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Amit Malewar

Amit Malewar has been the technology & science writer since 2010. His passion for helping people in all aspects of technology flow through in the expert coverage he provides. In addition to writing for Tech Explorist, Amit loves to read and try new things.
Comet 46P/Wirtanen will be making a close pass of Earth December 16, 2018. It will be at its closest distance to Earth in over four centuries. It is a member of the Jupiter family of comets - their farthest point from the sun being near the orbit of Jupiter. It will be bright enough to see with the naked eye above the eastern horizon all month long, and can be seen even better with a telescope and/or binoculars. This 120 second image of the comet was taken Dec. 2 by an iTelescope 50 mm refractor located at an observatory near Mayhill, New Mexico. The streak below the comet was produced by a rocket body (upper stage) passing through the telescope's field of view during the exposure. Specifically, the upper stage is the one that placed the Indonesian Garuda 1 communications satellite into geostationary orbit back in February of 2000. At the time of this image, the Garuda 1 upper stage was 15,880 miles from the observatory; Comet Wirtanen was 10.3 million miles distant. Image Credit: NASA

The brightest comet of the year will be visible this Sunday

On Sunday, Dec. 16, the comet named 46P/Wirtanen will make its 10 closest comet flybys of Earth in 70 years. And as scientists reported, you...
Losing just a few hours of sleep can make you angrier

Losing just a few hours of sleep can make you angrier

Sleep and mood are closely connected; poor or inadequate sleep can cause irritability and stress. You probably know firsthand that sleep affects mood. After a...
Young star caught forming around another star

Young star caught forming around another star

Scientists recently made an unexpected discovery while observing the formation of a massive young star, called MM 1a. They found the formation of a...
How the pain signal travels throughout the body?

How the pain signal travels throughout the body?

Scientists at the Harvard Medical School have discovered a nerve-signaling pathway behind the profound, sustained pain that sets in promptly the following injury. The...
Paul Gibbs, a mechanical engineer at the UW’s Applied Physics Laboratory, inspects the newest Adaptable Monitoring Package, or AMP, before a test in a saltwater pool. AMPs host a series of sensors that allow researchers to continuously monitor animals underwater.Kiyomi Taguchi/University of Washington

Underwater sensors for monitoring sea life

Collecting power from the sea, through turning submerged turbines or bouncing wave-energy converters, is a rising outskirt in the sustainable power source. Specialists have...
Device could answer basic questions about quantum physics

Device could answer basic questions about quantum physics

Scientists at the Optical Society of America have developed a device that measures and control a nanoparticle trapped in a laser beam with unprecedented...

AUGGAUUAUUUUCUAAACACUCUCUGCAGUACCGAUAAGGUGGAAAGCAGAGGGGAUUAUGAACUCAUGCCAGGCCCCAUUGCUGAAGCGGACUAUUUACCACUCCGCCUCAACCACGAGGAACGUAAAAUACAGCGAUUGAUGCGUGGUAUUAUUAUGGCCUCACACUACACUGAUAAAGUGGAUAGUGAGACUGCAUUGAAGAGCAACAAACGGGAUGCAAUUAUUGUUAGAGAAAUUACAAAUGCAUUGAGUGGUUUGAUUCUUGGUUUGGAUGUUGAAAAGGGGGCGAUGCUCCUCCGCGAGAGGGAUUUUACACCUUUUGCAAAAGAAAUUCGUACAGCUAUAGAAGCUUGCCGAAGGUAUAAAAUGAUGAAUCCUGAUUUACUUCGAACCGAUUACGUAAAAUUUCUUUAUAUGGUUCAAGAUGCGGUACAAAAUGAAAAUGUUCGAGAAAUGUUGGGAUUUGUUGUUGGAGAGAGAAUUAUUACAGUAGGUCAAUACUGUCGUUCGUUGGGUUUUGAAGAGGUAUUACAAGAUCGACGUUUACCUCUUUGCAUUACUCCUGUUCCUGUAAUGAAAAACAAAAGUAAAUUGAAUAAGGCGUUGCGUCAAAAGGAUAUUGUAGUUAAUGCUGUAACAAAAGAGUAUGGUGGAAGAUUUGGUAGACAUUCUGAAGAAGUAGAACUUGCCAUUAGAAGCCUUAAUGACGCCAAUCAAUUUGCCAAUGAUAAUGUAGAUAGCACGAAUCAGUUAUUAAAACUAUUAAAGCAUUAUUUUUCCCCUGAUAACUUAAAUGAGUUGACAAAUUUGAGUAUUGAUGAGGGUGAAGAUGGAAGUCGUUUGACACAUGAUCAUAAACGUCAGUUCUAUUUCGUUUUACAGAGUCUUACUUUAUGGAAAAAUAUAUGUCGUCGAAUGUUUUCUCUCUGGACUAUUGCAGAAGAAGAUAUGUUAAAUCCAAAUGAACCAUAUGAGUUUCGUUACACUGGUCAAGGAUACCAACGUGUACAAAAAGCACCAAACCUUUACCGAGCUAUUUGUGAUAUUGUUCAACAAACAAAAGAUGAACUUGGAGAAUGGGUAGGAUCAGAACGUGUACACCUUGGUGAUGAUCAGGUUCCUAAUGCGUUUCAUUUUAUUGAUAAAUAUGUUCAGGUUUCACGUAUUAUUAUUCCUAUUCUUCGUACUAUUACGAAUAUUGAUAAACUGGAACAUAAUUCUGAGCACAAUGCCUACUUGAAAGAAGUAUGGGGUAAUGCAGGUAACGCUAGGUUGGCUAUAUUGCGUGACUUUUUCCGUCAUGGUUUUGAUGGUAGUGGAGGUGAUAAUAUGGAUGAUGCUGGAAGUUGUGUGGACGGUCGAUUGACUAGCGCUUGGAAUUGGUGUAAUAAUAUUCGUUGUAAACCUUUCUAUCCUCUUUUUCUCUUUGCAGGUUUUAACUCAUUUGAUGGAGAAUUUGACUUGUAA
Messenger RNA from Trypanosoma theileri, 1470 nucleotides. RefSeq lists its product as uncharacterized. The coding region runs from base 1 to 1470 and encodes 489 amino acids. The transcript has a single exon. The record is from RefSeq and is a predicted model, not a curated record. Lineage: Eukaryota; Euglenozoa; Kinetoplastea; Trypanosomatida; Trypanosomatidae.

Signal from optical imaging (top) matches the signal from an electrode array (bottom). Courtesy of Daniel Palanker, Ph.D., Stanford University

New technology can see nerve cells fire

When nerves fire, there’s a change in the electrical potential (trans-membrane voltage) in the cell. Current techniques for monitoring nerve activity are invasive –...
A south tropical disturbance has just passed Jupiter's iconic Great Red Spot and is captured stealing threads of orange haze from the Great Red Spot in this series of color-enhanced images from NASA's Juno spacecraft. From left to right, this sequence of images was taken between 2:57 a.m. and 3:36 a.m. PDT (5:57 a.m. and 6:36 a.m. EDT) on April 1, 2018, as the spacecraft performed its 12th close flyby of Jupiter. Citizen scientists Gerald Eichstädt and Seán Doran created this image using data from the spacecraft's JunoCam imager. Credits: NASA/JPL-Caltech/SwRI/MSSS/Gerald Eichstädt/Seán Doran

NASA’s Juno mission halfway to Jupiter science

Launched on Aug. 5, 2011, from Cape Canaveral, Florida, the spacecraft entered orbit around Jupiter on July 4, 2016. It then started collecting data...
This image from Parker Solar Probe's WISPR (Wide-field Imager for Solar Probe) instrument shows a coronal streamer, seen over the east limb of the Sun on Nov. 8, 2018, at 1:12 a.m. EST. Coronal streamers are structures of solar material within the Sun's atmosphere, the corona, that usually overlie regions of increased solar activity. The fine structure of the streamer is very clear, with at least two rays visible. Parker Solar Probe was about 16.9 million miles from the Sun's surface when this image was taken. The bright object near the center of the image is Jupiter, and the dark spots are a result of background correction. Credits: NASA/Naval Research Laboratory/Parker Solar Probe

Parker Solar Probe snaps its first image from inside Sun’s atmosphere

NASA's Parker Solar Probe is on the mission to enlight the physics of our star, the Sun. From Oct. 31 to Nov. 11, 2018, Parker Solar...